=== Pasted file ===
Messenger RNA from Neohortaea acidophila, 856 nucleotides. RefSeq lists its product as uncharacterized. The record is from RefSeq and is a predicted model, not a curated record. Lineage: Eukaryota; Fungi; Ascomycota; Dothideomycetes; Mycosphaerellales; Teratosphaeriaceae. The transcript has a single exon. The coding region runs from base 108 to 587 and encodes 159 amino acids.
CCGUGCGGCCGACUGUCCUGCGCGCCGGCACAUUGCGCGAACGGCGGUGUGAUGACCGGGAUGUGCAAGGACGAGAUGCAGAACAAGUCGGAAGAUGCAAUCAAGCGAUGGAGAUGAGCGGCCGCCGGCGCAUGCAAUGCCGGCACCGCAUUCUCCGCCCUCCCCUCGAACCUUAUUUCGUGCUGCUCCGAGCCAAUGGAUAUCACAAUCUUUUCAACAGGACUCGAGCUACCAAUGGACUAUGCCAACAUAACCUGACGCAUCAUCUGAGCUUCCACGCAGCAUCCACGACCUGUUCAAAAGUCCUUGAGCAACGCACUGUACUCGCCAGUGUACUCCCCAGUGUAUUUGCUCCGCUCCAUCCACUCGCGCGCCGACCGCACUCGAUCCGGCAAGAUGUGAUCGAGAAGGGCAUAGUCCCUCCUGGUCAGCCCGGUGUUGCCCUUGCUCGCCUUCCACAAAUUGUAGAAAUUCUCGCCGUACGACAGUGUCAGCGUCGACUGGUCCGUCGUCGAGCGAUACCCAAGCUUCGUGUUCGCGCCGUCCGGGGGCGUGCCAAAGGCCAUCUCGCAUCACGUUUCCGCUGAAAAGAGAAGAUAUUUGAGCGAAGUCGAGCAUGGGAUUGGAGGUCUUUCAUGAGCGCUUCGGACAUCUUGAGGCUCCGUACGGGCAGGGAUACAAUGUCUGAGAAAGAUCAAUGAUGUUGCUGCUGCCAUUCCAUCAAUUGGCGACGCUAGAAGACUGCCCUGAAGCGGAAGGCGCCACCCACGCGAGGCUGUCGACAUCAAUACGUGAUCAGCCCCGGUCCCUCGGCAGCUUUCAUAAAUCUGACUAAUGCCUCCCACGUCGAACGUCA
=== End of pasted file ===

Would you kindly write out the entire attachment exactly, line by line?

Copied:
Messenger RNA from Neohortaea acidophila, 856 nucleotides. RefSeq lists its product as uncharacterized. The record is from RefSeq and is a predicted model, not a curated record. Lineage: Eukaryota; Fungi; Ascomycota; Dothideomycetes; Mycosphaerellales; Teratosphaeriaceae. The transcript has a single exon. The coding region runs from base 108 to 587 and encodes 159 amino acids.
CCGUGCGGCCGACUGUCCUGCGCGCCGGCACAUUGCGCGAACGGCGGUGUGAUGACCGGGAUGUGCAAGGACGAGAUGCAGAACAAGUCGGAAGAUGCAAUCAAGCGAUGGAGAUGAGCGGCCGCCGGCGCAUGCAAUGCCGGCACCGCAUUCUCCGCCCUCCCCUCGAACCUUAUUUCGUGCUGCUCCGAGCCAAUGGAUAUCACAAUCUUUUCAACAGGACUCGAGCUACCAAUGGACUAUGCCAACAUAACCUGACGCAUCAUCUGAGCUUCCACGCAGCAUCCACGACCUGUUCAAAAGUCCUUGAGCAACGCACUGUACUCGCCAGUGUACUCCCCAGUGUAUUUGCUCCGCUCCAUCCACUCGCGCGCCGACCGCACUCGAUCCGGCAAGAUGUGAUCGAGAAGGGCAUAGUCCCUCCUGGUCAGCCCGGUGUUGCCCUUGCUCGCCUUCCACAAAUUGUAGAAAUUCUCGCCGUACGACAGUGUCAGCGUCGACUGGUCCGUCGUCGAGCGAUACCCAAGCUUCGUGUUCGCGCCGUCCGGGGGCGUGCCAAAGGCCAUCUCGCAUCACGUUUCCGCUGAAAAGAGAAGAUAUUUGAGCGAAGUCGAGCAUGGGAUUGGAGGUCUUUCAUGAGCGCUUCGGACAUCUUGAGGCUCCGUACGGGCAGGGAUACAAUGUCUGAGAAAGAUCAAUGAUGUUGCUGCUGCCAUUCCAUCAAUUGGCGACGCUAGAAGACUGCCCUGAAGCGGAAGGCGCCACCCACGCGAGGCUGUCGACAUCAAUACGUGAUCAGCCCCGGUCCCUCGGCAGCUUUCAUAAAUCUGACUAAUGCCUCCCACGUCGAACGUCA